Jon Lester simply ran out of gas.
Lester revealed to ESPN he’s retiring after 16 seasons in Major League Baseball, nine of which he spent with the Boston Red Sox before stops with the Oakland Athletics, Chicago Cubs, Washington Nationals and St. Louis Cardinals.
The decision isn’t shocking, seeing as Lester turned 38 last week after logging 2,740 regular-season innings and 154 more in the postseason, but it still marks the end of an era. Lester, a five-time All-Star, walks away as one of the best left-handed pitchers of his generation.
“It’s kind of run its course,” Lester told ESPN’s Jesse Rogers, explaining his decision to retire. “It’s getting harder for me physically. The little things that come up throughout the year turned into bigger things that hinder your performance.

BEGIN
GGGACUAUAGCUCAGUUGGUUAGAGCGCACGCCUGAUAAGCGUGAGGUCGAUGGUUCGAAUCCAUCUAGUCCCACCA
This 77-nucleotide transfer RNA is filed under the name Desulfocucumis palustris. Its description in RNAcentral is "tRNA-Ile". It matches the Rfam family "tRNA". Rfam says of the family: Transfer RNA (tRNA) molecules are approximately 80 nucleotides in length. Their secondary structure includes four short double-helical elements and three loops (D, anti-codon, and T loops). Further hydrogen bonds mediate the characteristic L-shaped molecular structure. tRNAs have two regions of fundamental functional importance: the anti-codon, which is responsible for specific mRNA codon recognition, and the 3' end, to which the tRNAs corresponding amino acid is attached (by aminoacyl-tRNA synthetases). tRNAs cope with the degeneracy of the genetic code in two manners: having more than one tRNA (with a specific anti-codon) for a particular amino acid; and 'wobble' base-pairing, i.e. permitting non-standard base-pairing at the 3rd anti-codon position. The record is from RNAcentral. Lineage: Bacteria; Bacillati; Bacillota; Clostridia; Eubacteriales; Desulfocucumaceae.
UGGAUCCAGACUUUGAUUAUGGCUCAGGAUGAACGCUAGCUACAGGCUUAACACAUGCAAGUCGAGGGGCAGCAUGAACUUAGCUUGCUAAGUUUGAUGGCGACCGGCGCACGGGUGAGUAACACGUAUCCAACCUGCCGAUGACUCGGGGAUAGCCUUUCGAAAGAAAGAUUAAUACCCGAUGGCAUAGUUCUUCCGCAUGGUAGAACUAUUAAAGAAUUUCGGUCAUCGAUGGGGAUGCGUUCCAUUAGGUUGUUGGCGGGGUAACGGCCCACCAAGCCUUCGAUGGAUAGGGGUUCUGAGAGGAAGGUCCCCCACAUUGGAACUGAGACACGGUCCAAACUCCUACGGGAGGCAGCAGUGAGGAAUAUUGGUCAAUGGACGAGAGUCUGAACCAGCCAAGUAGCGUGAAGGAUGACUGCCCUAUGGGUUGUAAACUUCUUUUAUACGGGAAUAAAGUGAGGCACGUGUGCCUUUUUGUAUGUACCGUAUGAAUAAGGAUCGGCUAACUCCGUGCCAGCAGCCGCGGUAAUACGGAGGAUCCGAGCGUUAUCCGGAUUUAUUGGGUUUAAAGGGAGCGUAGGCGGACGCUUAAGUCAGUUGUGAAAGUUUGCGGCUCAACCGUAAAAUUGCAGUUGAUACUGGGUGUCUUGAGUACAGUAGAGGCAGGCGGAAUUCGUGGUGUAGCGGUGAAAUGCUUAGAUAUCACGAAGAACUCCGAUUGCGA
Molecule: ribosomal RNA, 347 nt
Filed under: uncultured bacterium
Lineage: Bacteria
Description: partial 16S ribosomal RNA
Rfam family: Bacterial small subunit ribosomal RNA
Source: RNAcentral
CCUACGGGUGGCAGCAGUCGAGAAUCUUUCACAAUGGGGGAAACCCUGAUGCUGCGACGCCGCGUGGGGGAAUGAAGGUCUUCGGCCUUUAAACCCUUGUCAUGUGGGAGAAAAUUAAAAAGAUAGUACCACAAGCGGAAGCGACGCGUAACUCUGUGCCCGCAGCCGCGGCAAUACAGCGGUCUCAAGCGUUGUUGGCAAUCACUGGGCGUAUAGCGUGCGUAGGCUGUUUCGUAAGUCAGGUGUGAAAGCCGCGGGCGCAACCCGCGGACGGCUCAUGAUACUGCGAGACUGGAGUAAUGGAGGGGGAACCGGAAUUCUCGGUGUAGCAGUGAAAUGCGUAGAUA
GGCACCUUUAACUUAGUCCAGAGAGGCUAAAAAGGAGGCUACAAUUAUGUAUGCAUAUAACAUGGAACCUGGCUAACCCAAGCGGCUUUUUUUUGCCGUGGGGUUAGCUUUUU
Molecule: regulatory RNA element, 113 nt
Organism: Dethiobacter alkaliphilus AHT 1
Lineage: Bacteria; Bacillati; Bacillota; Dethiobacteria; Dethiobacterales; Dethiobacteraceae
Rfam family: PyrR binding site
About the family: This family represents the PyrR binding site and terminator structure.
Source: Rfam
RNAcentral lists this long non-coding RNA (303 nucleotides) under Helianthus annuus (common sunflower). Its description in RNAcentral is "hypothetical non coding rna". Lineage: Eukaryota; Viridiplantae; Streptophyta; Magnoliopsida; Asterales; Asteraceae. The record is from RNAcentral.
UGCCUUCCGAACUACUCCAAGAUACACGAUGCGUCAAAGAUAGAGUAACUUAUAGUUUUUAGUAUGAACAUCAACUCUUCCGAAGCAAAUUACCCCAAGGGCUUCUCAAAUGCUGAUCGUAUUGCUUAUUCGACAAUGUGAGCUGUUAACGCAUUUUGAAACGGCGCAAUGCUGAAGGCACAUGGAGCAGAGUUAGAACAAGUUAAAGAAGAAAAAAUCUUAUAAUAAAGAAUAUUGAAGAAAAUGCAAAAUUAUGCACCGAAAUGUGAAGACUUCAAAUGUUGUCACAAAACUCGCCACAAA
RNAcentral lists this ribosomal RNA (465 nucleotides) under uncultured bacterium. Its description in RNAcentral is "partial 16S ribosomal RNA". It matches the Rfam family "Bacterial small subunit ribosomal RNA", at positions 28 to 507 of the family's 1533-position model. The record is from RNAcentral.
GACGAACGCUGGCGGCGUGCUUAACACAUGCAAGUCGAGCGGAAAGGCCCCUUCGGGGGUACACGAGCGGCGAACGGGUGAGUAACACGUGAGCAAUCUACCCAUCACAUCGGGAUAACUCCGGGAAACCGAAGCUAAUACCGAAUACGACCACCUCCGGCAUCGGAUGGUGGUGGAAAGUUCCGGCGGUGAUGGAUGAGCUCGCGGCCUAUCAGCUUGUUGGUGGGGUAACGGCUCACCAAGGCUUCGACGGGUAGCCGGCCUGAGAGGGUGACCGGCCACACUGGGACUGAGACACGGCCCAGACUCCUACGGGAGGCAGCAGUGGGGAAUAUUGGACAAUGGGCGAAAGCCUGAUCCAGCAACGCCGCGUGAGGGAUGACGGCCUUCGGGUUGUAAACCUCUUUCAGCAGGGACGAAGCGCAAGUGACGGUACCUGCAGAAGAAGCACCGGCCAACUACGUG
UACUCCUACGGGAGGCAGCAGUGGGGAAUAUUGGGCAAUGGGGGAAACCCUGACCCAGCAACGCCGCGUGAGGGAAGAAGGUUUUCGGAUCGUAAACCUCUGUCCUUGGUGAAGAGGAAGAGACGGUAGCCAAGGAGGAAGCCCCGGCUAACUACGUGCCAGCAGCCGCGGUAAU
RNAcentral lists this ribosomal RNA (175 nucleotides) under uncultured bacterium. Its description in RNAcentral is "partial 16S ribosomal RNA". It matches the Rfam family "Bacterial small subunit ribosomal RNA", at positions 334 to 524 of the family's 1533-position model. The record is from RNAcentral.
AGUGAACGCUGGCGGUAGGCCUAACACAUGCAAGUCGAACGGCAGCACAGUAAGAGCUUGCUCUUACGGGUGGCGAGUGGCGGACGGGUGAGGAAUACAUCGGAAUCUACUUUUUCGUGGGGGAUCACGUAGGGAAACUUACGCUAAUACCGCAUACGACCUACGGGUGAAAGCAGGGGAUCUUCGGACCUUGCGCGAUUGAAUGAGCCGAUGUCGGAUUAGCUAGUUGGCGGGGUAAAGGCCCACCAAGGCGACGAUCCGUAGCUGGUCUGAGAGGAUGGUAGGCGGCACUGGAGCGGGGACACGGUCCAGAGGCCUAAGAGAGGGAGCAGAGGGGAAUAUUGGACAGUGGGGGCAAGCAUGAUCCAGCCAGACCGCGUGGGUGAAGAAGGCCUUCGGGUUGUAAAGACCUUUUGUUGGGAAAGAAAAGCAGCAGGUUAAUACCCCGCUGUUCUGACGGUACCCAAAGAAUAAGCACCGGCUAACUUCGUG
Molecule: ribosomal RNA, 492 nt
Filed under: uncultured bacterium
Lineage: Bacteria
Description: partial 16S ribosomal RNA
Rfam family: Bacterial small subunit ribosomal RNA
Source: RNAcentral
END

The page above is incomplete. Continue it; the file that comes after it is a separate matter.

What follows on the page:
“I’d like to think I’m a halfway decent self-evaluator. I don’t want someone else telling me I can’t do this anymore. I want to be able to hand my jersey over and say, ‘Thank you, it’s been fun.’ That’s probably the biggest deciding factor.”
Lester’s résumé likely will garner Hall of Fame consideration. Not only did he win 200 games and finish among the top four in Cy Young voting on three separate occasions. He also was extremely durable, totaling at least 170 innings in 12 seasons, and is regarded as one of the best playoff performers ever.
The southpaw will be most remembered for his career-opening stint with Boston, where he won two World Series titles, and his six-year run in Chicago, where he led the Cubs to their first championship in 108 years.
Lester went 7-6 with a 4.71 ERA in 28 starts (141 1/3 innings) last season, which he split between the Nationals and Cardinals.